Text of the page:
27 February at 21:00
There is little doubt about how a sporting director Monchi is. The way he handles a club’s operations haven’t only helped them financially, but it has miraculously contributed to their success on the pitch as well.
Links with Manchester United and Arsenal aren’t a surprise at all. Monchi is a man who knows how the financial and the on-pitch aspects of a club are to be balanced. He knows how a club should operate to make sure that they are not incurring financial losses, but are still doing very well on the pitch by making shrewd signings that go on to yield profits for the club.
But using word ‘clubs’ seems a bit too much for the Spaniard, who has not been exceptional at Roma ever since he arrived in the summer of 2017. Its undoubted that the job he did in Sevilla was a one that made everyone sit up and take notice. But he has come close to being undone at the giallorossi.
While it is also down to the sort of players that Eusebio di Francesco has wanted to have in the side, a lot of the players that have left Roma over the last two seasons haven’t been replaced as well as they should have. As a result of that, the giallorossi are fifth in the table and it appears as though Di Francesco’s time at the Stadio Olimpico is well and truly up by the end of the season.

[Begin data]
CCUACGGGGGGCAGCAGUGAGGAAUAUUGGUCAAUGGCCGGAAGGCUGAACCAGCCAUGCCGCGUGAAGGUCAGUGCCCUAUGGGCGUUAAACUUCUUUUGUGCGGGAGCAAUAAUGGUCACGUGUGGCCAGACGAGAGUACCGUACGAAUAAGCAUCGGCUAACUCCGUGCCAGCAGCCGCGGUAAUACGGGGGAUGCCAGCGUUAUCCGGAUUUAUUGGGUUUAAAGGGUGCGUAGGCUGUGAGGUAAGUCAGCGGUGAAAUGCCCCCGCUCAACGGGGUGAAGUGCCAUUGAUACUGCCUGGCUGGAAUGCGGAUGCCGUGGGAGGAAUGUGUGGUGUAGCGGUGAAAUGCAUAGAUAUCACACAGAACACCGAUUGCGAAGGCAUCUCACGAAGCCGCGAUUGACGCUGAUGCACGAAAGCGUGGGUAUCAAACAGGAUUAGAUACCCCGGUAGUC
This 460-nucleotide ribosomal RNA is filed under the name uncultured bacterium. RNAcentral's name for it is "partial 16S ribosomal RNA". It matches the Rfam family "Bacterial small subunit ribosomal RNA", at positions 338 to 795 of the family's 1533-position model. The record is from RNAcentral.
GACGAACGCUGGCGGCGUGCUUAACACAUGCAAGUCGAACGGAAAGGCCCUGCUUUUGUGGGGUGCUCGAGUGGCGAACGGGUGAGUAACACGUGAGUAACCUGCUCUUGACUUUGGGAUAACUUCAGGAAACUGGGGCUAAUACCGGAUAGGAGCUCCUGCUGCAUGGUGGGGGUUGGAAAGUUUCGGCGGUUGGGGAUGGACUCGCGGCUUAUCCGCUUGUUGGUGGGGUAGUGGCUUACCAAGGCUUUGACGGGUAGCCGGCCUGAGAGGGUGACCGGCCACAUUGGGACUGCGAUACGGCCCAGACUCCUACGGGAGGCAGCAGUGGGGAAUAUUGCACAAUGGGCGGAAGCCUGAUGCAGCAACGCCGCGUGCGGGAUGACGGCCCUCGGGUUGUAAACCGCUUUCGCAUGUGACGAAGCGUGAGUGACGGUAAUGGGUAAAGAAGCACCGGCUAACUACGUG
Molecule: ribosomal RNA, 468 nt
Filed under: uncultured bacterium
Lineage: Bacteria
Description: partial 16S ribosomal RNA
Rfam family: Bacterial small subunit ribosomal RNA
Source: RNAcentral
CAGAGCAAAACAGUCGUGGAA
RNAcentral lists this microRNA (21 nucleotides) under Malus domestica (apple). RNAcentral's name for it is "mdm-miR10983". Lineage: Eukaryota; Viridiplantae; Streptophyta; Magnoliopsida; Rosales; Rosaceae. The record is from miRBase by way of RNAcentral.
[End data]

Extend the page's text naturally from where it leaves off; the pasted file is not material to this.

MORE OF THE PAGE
It’s vital to note that Roma have made a profit of about 80 million euros in the period since Monchi took over. Add that to how well they did to reach the semi-finals of the UEFA Champions League last season, the amount could well go upto 100 million euros. And that means a lot to a club that was struggling to comply with Financial Fair Play Regulations, much like Inter Milan.
Nicolo Zaniolo has turned out to be a masterclass of a signing and Monchi deserves credit for thrashing out a deal for him and Davide Santon in the transfer that saw Radja Nainggolan leave for Inter. The same goes for how Cengiz Under was roped in from Basaksehir for a fee of 13.4 million euros and he has proved out to be a massive bargain buy. There is little doubt that Roma will make a lot of money from the sales of both Zaniolo and Under, who are already being eyed by the powerhouse clubs.
Perhaps, even Rick Karsdorp will soon reach his peak after having recently recovered from exhausting injuries of his own. The manner in which Lorenzo Pellegrini was resigned from Sassuolo will likely prove to be a coup very soon too, if it isn’t already.
But Monchi’s time at Roma is splattered with more misses than hits. The biggest of all probably has been how Robin Olsen has brought in to replace the departing Alisson. The Swede did do well for his country in the FIFA World Cup, but he has hardly seemed good enough for a club that Roma are. There have been errors that have left many baffled.
Maxime Gonalons was another massive disappointment. Having arrived from Lyon in the summer of 2017, he has never got going in Rome. Even during his ongoing loan stint at Sevilla, the midfielder has appeared only 3 times in the La Liga, cutting a disappointing figure for many who thought that he would go on to replace the aging Daniele de Rossi.